Bahaa Barsoum to Receive 2017 McHugh Award

CFAR | August 22, 2017 | by Geralyn Magan

The winner of the 2017 McHugh Award is Bahaa Barsoum, RN, director of nursing at A.G. Rhodes Health & Rehab, a LeadingAge member in Atlanta, GA. Barsoum directs more than 120 nursing staff members who provide health care and nursing services to residents at A.G. Rhodes of Atlanta.


Bahaa Barsoum, RN, is the winner of the 12th Annual Joan Anne McHugh Award for Leadership in Long-Term Services and Supports (LTSS) Nursing. The award will be presented at the LeadingAge Annual Meeting and EXPO, which takes place in New Orleans on Oct. 29-Nov. 1.

Barsoum has been director of nursing at A.G. Rhodes Health & Rehab, a LeadingAge member in Atlanta, GA, since September 2009. In this role, he directs more than 120 nursing staff members who provide health care and nursing services to residents at A.G. Rhodes of Atlanta.

A U.S. Army Veteran, Barsoum worked as a certified nursing assistant (CNA) for several years before becoming a licensed practical nurse (LPN) in 1996, and a registered nurse (RN) in 1998.

“It was clear from the first day that I met Bahaa that he doesn’t view his work as just a job, rather he is answering a calling,” wrote Albert K. Blackwelder, chief executive officer at A.G. Rhodes Health & Rehab in his nomination letter. “Bahaa is an outstanding and highly regarded leader, but perhaps most impressive is his compassion for our residents and staff, and his commitment to their well-being.”


Barsoum is credited with helping A.G. Rhodes introduce a more person-centered model of care over the past few years. He traveled to the Netherlands twice through an exchange program between A.G. Rhodes and Marga Klompé, a non-governmental LTSS organization there. During those trips, he and other A.G. Rhodes staff observed best practices in several care settings, and were enthusiastic about implementing those practices in Atlanta.

“Our organization’s success in transforming our model of care would not be possible without Bahaa’s leadership,” wrote Blackwelder.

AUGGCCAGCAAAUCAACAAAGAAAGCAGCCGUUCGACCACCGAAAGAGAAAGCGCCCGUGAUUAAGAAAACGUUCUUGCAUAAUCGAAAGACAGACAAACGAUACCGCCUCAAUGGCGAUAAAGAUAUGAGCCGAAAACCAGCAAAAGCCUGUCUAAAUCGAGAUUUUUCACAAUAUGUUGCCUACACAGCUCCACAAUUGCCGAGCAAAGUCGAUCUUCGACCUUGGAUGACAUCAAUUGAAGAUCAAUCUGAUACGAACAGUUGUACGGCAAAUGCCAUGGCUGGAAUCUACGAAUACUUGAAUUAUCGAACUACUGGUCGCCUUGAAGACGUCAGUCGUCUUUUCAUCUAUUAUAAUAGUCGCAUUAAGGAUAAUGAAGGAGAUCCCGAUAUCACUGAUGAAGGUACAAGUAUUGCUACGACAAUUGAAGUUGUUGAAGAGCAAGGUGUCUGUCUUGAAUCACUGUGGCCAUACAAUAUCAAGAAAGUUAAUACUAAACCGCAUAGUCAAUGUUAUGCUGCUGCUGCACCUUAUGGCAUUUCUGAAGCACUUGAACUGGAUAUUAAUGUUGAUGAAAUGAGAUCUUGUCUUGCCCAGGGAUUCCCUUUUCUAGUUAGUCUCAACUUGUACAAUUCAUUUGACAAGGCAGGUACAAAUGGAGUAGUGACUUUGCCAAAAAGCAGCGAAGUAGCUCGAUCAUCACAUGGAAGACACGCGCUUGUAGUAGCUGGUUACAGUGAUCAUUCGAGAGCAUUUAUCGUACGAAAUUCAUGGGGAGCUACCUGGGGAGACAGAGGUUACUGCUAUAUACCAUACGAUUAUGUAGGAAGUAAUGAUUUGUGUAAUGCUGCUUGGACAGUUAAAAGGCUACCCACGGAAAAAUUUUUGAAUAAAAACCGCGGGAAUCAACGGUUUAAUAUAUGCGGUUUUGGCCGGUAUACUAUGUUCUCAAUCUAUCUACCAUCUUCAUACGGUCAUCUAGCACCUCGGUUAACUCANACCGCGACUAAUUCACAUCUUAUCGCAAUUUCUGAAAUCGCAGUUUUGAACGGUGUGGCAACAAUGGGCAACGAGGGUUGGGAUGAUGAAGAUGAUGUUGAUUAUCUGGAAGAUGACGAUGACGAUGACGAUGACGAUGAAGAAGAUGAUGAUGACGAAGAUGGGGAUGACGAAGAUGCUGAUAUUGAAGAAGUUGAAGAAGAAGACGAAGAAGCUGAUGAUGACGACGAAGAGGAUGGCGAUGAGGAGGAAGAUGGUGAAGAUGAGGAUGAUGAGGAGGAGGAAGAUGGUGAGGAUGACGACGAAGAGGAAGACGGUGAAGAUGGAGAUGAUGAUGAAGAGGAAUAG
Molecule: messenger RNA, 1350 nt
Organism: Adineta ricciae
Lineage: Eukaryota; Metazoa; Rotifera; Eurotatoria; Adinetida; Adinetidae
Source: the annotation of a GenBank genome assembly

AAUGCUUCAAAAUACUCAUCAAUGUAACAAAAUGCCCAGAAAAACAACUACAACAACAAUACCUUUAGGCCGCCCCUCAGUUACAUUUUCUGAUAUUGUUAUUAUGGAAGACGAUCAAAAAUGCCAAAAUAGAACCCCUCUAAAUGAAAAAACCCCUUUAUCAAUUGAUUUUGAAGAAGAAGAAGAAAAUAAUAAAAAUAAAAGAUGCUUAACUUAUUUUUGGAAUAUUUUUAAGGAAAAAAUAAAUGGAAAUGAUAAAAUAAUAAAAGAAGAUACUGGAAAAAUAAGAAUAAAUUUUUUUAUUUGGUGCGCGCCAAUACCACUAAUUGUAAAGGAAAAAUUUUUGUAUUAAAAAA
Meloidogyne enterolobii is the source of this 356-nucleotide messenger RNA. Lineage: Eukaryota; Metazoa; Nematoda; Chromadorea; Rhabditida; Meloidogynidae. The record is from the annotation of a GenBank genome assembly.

Barsoum is also known at A.G. Rhodes for his collaborative leadership style, according to Nursing Supervisor Andy Akobundu, LPN.

“While he makes final decisions, his democratic style of leadership calls for every staff to participate in decision making and problem solving,” wrote Akobundu. “His style of leadership has fostered high quality of work while, at the same time, fostering collaboration and high morale among his staff.”


Barsoum’s respect for his staff is rooted in his Army service, and his firsthand experience as a CNA and an LPN.

“Employees look up to him because he is a leader who will never ask his staff to do something that he hasn’t already done, or wouldn’t do,” wrote Blackwelder. “In times of staff shortages, Barsoum will jump into any position to get the job done.”


Barsoum leads daily meetings with his interdisciplinary team, and believes the entire team must work together to coordinate resident care.

“His attention to detail is unmatched,” wrote Blackwelder. “He is keenly aware of not only the clinical histories of residents, but he pays close attention to their personalities and preferences, and he encourages his team that this information is … important for administering care. Because he is exceptionally knowledgeable about each resident, doctors and others trust his consultation and they proactively collaborate with him when coordinating care.”


Barsoum has implemented a variety of practices to support nursing and frontline staff, and encourage them to continue their education and professional development. Since 2009, he has encouraged 8 LPNs and 4 CNAs at A.G. Rhodes to become RNs, reports Director of Clinical Services Jackie H. Summerlin.

Charelle A. Barber, an admissions assistant at A.G. Rhodes, praised Barsoum for his ability to encourage staff, including herself, to reach for “higher heights.”

“He … never stopped pushing me to strive for better, and he continues to do so,” she wrote. “(He) played a major part in my very own promotion from a CNA to the Admissions Assistant.”


The McHugh Award was established in memory of Joan Anne McHugh. During her career as a registered nurse, nurse manager, and nursing consultant, McHugh earned a well-deserved reputation for compassion, knowledge, and professionalism, and made a lasting impact on the geriatric health care profession. She died in 2003 at the age of 47.

The McHugh Award recognizes aspiring nurse leaders who provide excellent clinical care to their residents while demonstrating leadership in LTSS nursing and a commitment to the profession.

The McHugh Long-Term Care Nursing Academy first presented the McHugh Award in 2006. The LeadingAge LTSS Center @UMass Boston (formerly the LeadingAge Center for Applied Research) established the academy in 2005 to support quality nurse managers in LTSS settings.